If a person wants a certain cartridge like say a 280, then buy one. If a rifle you really like is chambered in it, buy it. If you own one of these cartridges and looking to buy one of the other for enhanced HUNTING performance, I don't think you will ever see it, personally.
My Gun Club President has hunted all North American game, and I was making an ignorant yik, yak statement about the 270 Win, 150 grain bullets, and the combination not being appropriate for Elk or Moose. And he asked "you think a 150 won't penetrate?". He had taken Moose with a 270 Win, a number of them. I remember he said "don't shoot them in the water!" . I got the idea that retrieving a dead, wet, Moose out of a river/pond is a lot more difficult than it sounds. Might be a horrible experience if you don't have waders.
Calibers are getting to be a fashion statement. Plaid was so last year. This year the big question is, "whether Hot Pink is about to eclipse Millennial Pink."
This should be the start of every hunters safety course. So many people forget that. Or they're reading distance is defined in terms like (way out there).
I have 2 rifles that I shoot enough to guarantee 1 shot hits at 400 (with an improvised rest and a sling). I still don't like shooting game at that range.
For people in mountain country it may be a different story, I still don't like it.
Any amount of discussion or reasoning that might occur here on these forums about caliber selection probably pales in comparison to the illogical hand-wringing and biased promotional campaigns that have gone on behind closed doors in military panels.
Choosing a 280 over a 30-06 is just a choice to be different from the crowd. There's not enough of a performance difference either way to matter. The area where there is a practical difference is factory ammunition cost and availability, where the 30-06 has a pronounced advantage.
I have almost completely gotten away from long action cartridges, the exception being my FIL's 7mm Rem Mag and a Ruger No.1 RSI in 7x57, and no longer own anything in .30 caliber. If I ever buy (or build) another long action rifle, it will be chambered in .280 AI. Why? Because I am liking my .243 and .260 Ackley variants, and one in .284 would be fun. No other reason.
There is only .007" difference between the diameter of a 270 bullet and a 280 bullet. Of course, the 270 pressure spec is 5 KPSI higher than that of the 280. But actual pressure tolerance of the two cartridges is the same. They are ballistic twins.
My 7x57 will push a 150 grain bullet at 2864 FPS, at a measured 56.6 KPSI. That doesn't leave me wanting a lot more.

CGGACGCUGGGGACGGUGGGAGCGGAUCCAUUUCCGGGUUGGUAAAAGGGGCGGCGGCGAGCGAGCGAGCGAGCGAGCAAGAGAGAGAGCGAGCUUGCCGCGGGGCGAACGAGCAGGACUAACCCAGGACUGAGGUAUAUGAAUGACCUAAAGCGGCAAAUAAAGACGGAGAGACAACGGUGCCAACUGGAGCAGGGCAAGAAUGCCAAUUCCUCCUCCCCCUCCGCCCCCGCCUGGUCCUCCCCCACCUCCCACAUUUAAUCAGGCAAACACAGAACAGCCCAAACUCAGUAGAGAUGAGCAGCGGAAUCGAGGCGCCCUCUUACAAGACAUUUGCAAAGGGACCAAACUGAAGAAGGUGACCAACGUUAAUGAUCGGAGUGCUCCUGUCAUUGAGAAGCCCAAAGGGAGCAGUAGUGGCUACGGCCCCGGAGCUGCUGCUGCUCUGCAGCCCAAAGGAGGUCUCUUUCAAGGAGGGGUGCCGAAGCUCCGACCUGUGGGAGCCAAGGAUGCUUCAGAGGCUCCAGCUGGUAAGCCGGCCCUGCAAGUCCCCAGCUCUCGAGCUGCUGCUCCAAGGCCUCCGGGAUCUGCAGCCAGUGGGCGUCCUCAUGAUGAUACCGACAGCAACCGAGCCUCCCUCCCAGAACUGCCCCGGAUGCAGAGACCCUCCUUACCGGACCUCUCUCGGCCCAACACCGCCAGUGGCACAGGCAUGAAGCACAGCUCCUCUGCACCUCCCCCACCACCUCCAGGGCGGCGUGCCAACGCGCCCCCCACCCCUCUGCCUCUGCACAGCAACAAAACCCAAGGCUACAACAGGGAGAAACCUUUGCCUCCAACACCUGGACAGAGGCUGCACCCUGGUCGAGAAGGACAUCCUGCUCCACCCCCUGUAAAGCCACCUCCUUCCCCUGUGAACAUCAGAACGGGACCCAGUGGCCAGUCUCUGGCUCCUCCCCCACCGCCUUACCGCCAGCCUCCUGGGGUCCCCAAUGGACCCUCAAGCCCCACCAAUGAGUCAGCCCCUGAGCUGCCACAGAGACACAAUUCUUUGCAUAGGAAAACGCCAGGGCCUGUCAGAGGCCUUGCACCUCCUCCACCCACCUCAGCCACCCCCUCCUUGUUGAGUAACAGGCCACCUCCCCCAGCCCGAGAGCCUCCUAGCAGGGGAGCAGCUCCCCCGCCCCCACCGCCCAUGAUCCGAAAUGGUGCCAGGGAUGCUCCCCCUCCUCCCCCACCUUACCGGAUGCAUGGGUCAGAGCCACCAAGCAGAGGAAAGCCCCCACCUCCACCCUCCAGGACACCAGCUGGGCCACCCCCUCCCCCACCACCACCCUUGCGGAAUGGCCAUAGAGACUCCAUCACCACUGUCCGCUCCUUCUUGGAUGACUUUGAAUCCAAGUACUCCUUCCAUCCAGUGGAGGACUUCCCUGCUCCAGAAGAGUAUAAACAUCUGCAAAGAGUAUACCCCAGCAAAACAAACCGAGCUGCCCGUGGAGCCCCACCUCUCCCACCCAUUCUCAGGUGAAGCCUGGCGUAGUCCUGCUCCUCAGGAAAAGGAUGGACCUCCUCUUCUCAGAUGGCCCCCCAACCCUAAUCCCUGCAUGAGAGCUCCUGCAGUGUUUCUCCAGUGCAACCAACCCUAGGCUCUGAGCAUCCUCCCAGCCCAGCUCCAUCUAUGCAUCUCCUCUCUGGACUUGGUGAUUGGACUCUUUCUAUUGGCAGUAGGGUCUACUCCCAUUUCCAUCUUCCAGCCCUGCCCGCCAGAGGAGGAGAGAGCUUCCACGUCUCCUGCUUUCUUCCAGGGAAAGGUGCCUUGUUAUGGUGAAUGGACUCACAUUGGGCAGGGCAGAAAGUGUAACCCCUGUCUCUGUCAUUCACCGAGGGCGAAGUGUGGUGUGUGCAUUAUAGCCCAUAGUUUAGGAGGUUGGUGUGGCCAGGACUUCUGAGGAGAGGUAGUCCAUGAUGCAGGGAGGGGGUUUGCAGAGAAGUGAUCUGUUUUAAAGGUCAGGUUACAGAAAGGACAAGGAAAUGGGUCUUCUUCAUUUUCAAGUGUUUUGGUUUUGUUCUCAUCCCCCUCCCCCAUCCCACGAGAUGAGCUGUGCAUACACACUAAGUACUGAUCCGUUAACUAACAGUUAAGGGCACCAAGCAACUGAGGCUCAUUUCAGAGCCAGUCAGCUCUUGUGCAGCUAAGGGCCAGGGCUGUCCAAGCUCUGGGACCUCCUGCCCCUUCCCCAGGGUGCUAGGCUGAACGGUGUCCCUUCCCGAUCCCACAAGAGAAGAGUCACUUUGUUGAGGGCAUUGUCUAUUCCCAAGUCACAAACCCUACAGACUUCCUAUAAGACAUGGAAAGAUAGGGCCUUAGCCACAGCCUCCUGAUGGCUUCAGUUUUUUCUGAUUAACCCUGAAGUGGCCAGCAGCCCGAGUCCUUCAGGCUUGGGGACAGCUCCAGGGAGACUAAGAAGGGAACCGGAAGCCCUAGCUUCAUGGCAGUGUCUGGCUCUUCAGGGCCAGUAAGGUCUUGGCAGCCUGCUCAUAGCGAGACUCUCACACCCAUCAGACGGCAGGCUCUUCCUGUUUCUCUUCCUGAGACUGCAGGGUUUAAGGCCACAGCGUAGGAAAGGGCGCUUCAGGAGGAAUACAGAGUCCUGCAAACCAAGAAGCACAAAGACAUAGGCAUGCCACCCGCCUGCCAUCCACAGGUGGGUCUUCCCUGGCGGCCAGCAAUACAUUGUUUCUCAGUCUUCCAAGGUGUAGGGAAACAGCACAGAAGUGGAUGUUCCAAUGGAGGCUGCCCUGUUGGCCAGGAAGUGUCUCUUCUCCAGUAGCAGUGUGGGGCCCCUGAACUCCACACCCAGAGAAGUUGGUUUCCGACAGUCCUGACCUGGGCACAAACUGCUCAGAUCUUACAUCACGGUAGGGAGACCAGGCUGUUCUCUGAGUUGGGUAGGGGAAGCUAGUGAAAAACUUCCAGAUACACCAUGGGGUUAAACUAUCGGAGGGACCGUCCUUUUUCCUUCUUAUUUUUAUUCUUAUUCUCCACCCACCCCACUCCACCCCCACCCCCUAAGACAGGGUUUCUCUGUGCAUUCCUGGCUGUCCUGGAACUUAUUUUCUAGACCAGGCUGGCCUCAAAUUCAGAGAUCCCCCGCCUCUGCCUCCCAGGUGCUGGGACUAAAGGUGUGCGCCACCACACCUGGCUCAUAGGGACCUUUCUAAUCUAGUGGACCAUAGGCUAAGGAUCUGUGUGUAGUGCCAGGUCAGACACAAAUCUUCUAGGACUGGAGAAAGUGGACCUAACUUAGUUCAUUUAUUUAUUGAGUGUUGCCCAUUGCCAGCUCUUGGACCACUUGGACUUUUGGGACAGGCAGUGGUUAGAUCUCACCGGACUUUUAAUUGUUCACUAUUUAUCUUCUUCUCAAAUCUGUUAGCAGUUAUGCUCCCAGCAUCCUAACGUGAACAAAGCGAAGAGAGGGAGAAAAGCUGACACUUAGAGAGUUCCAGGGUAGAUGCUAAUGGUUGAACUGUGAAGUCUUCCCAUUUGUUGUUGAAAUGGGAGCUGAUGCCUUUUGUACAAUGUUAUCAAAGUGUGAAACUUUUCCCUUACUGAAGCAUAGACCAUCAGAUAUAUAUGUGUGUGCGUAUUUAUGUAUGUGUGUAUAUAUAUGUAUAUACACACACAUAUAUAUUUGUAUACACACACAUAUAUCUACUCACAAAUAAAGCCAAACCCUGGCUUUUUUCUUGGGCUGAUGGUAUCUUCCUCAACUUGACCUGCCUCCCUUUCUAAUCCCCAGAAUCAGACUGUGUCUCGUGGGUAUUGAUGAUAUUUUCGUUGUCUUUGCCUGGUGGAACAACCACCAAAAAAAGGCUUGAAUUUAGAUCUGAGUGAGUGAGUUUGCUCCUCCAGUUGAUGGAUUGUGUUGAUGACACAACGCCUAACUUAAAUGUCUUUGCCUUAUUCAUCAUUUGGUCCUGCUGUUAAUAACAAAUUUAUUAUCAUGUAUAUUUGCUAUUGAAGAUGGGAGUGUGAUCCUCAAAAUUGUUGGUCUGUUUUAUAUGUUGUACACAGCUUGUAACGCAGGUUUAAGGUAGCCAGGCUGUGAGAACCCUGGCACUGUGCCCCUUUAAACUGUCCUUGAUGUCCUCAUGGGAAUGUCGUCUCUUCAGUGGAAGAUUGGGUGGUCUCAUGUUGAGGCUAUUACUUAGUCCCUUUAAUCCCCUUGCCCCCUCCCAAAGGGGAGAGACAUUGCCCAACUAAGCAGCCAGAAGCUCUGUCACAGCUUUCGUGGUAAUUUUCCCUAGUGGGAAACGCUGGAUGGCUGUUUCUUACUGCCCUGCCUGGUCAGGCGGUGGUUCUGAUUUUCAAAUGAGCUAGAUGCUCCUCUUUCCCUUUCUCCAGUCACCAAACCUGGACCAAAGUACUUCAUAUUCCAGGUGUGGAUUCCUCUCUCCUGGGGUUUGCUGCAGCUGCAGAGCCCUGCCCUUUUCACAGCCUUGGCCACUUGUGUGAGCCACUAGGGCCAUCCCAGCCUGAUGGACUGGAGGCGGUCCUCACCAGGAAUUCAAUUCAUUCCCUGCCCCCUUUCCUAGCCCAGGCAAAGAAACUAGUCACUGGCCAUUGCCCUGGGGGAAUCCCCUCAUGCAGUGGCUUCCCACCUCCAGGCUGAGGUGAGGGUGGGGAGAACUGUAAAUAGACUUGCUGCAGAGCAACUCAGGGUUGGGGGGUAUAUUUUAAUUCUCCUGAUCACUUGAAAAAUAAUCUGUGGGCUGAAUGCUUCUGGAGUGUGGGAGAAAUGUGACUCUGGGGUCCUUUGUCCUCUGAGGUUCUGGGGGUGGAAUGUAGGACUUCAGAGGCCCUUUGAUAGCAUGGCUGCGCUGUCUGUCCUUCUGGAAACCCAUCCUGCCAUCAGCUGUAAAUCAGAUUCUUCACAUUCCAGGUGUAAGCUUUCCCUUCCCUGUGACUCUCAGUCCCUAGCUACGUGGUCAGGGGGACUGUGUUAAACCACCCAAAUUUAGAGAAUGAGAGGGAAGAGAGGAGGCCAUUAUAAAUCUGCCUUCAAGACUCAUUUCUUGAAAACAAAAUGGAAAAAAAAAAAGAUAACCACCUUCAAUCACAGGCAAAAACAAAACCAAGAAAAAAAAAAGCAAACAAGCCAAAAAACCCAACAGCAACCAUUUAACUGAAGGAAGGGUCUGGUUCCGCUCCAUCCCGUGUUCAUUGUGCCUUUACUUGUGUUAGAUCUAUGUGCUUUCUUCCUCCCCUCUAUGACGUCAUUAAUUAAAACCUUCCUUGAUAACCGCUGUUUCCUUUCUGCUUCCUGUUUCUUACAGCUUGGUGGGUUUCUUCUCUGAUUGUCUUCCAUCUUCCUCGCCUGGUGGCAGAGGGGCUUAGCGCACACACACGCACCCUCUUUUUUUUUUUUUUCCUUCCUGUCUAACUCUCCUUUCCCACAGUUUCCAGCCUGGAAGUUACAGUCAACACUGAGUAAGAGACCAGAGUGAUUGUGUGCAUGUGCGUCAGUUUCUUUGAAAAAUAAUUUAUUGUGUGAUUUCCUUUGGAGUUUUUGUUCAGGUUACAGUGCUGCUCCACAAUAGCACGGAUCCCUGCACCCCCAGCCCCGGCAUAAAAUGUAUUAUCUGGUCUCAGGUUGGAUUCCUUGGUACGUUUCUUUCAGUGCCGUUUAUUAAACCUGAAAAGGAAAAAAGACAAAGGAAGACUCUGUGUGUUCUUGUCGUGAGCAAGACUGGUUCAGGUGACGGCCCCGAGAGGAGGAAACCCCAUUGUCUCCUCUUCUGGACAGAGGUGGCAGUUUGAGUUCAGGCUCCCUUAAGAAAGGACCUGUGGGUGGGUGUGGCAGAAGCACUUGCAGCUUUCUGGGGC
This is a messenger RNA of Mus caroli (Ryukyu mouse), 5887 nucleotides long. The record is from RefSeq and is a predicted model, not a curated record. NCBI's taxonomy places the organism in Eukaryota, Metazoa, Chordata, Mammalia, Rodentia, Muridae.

It's odd how a particular firearm will "speak" to some people, saying "Rescue me from this dusty old pawn shop and take me hunting." If that's the case, then there is no use arguing. The firearm has spoken.
There really isn’t an objective driver for my subjective preference of 7x57 over 7-08. I’ll readily admit, I NEVER recommend anyone build/buy a Mauser over a 7-08. Purely subjective.
The first rifle I bought with the intention of long range shooting was a 7x57. At the time, 20-some years ago, I knew I wanted a fast 7 without Magnum recoil or powder cost, and I favored the 30-06 over the 308win (still do), so I knew I didn’t want a 7 on a 308 case. I picked up a BDL and shot the barrel out trying to learn what 1,000yrds tasted like. Objectively, I would not buy one today, for any application, but I fell in love with it back then and it’s still my favorite 7mm cartridge.
The 7-08, essentially it’s ballistic twin for any application, is a fantastic round, and I recommend it highly for any hunter buying their first deer or elk rifle. But as I said above - I just haven’t ever fell in love with the 308win, so even though I shoot a handful of 7-08’s and recommend it so highly, I personally would rather tell someone my rifle is chambered in 284 Shehane, 7RM, or 7 Mauser.
My 7mm Rem mag enjoyment is as a long range hunting rifle, and my 284 Shehane passion came from experiences in 1000yrd benchrest after Boyd Allen advised me to try the round after I had burned up my 6.5-284 in half of a season.
7 WSM is another great round which has totally fallen off of the edge of my desk. I really enjoyed the rifle, and objectively, I’d recommend a 7wsm or Rsaum over a 7RM for a new buyer/reloader, but the 7RM just has that foothold, like a childhood sweetheart, so I look past some of its objective shortcomings.
In MY testing of big game bullets for bigger big game, the 7mm 175NP out performed anything in .277" I could buy...
With todays bullets things may be different, but I still prefer NP's for all of my big game hunting... SO, I'll stand by my original statement.
I'm a hunter, not a sniper, so I don't care about long range shooting...
You wouldn't think that .007" would make such a difference, until you hand load and start shopping for bullets.
I wouldn't trade my 7-08's ability to throw 162 grain ELD-X's for anything a .270 can do.